Review: ‘Spring Breakers’ brings atypical concept to classic film category

“Spring Breakers” is a 2012 “art-house” film directed by Harmony Korine, known for “Gummo and Kids,” that follows the adventures of four college girls on their spring break vacation.

When their “party-hard” lifestyle lands them in jail, they end up being bailed out by a rapper and dealer that’s named “Alien.” Go figure.

Staring former Disney stars Selena Gomez and Vanessa Hudgens, “Pretty Little Liars” star Ashley Benson, as well as Rachel Korine and James Franco. While “Spring Breakers” does offer some themes of temptation and willingness to indulge desires, at least for the shallow generation centered around said desires, the movie as a whole is not as great as it should be.

The big negative that was initially interesting in concept but got quickly stale is how the film uses its imagery. To clarify, it is a matter of how the movie is expressed visually, which is characterized by how “Spring Breakers” plays with its loose structure.

One of the more interesting sequences in the movie was the showing one of the big “plot” events – the word “plot” being used loosely – when the girls rob a restaurant. However, the robbery is shown from the getaway vehicle, as if Korine wanted to employ the tactic of “show, don’t tell” in that scene. The event later transitioned to a scene where the girls are driving off, clearly enjoying their crime spree, all of which was performed with little to no dialogue.

One scene that was disappointing in terms of execution comes later when the girls are reenacting the robbery. The moment falls short because it is not only conveyed through dialogue, but Korine felt that he had to go the extra mile and clumsily juxtaposed the friends reenactment against the actual crime. It takes away from the potential drama of that scene, because it is hard to take something seriously that comes off as clumsy as it did.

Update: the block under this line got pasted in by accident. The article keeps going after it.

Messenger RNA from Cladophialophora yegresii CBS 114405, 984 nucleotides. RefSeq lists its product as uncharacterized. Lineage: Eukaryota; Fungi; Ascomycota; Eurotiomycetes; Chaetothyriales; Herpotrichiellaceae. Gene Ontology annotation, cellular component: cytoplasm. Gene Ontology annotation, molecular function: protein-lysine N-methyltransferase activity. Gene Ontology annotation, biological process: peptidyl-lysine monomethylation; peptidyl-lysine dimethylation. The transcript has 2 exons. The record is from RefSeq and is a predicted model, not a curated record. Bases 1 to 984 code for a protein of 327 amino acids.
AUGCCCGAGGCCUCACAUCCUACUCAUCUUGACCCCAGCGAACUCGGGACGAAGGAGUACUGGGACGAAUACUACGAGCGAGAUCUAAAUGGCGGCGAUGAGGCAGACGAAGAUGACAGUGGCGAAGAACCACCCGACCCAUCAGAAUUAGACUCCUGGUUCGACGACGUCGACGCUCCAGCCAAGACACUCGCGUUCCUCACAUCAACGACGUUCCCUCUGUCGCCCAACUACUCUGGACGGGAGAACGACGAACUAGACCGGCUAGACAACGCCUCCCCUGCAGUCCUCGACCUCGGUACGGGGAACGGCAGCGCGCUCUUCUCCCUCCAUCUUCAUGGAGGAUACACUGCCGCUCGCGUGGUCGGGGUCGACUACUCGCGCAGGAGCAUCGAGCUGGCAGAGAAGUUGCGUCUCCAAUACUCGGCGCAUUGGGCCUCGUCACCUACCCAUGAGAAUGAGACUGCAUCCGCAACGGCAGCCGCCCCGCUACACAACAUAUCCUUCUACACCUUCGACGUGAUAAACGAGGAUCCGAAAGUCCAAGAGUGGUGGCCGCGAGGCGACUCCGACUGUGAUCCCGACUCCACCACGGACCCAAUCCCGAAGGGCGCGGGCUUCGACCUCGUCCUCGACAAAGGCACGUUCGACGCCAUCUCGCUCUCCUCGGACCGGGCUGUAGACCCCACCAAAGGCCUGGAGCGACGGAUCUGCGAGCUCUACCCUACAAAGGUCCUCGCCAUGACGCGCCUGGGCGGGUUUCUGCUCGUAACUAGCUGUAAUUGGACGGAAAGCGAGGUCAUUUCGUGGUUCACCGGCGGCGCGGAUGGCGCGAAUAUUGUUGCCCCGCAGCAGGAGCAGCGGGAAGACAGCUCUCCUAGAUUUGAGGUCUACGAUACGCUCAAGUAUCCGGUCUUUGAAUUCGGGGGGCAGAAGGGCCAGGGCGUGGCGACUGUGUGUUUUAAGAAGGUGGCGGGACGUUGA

The angle of visual juxtaposition is understandable, even justified, but was overall too blunt, especially coming from a movie that attempts to be layered with its meaning.  The same goes with Franco’s amusing delivery of “spring break ” and “spring break forever,” which may have been the “Matthew McConaughey Lincoln ad” of his career.

While the movie uses this technique a bit too much, there are instances where the device is used correctly, such as when Selena Gomez’s character is talking to her grandmother about how good the trip is and they later repeat the same message at the end – both times contrasting a seemingly sweet, innocent message against the wildness of the spring break partygoers.

The juxtaposition is used correctly once again during a shootout between two of the girls and an entire gang, with the girls wiping out the gang entirely.

While the visuals and the dialogue are fine for the most part. The acting, overall, is convincing in conveying the message that Korine is shooting for, even when there are lines that sounds quite laughable on paper and amusing when delivered, there are times in the movie when the actors have an interesting scene to work with.

That enables some of the better acting in the movie.

In the scene with the girls reenacting their crime, it is almost comes off as a well performed scene because you have an interesting internal conflict with Selena Gomez’s character, that is noted due to her body language.

While the whole “Spring Break is awesome/Girls Gone Wild” portrayal with the rest of the group is rather a living, walking cliché, the actresses are surprisingly well cast for those roles. Franco is not bad either.

Although Franco’s dialogue can verge into pretentious philosophy territory, Franco does pick up that role and is competent in being the character that he is, even with his questionable accent. Just do not make him say “Spring Break” with that accent again.

To sum it up, while “Spring Breakers” is a difficult movie to recommend. It is such an oddity that it is hard not to hear other people’s reaction to.

It is a polarizing movie for sure, since reactions seem to range to unbelievable praise to outright  contempt. It is definitely not a mainstream movie, so viewers should not expect to see the conventional film they might expect.

“Art-house” flick are generally polarizing in nature, however “Spring Breakers” has flaws to it that prevent it from being what most people describe as a masterpiece. It is a good definition of decent idea, questionable execution.

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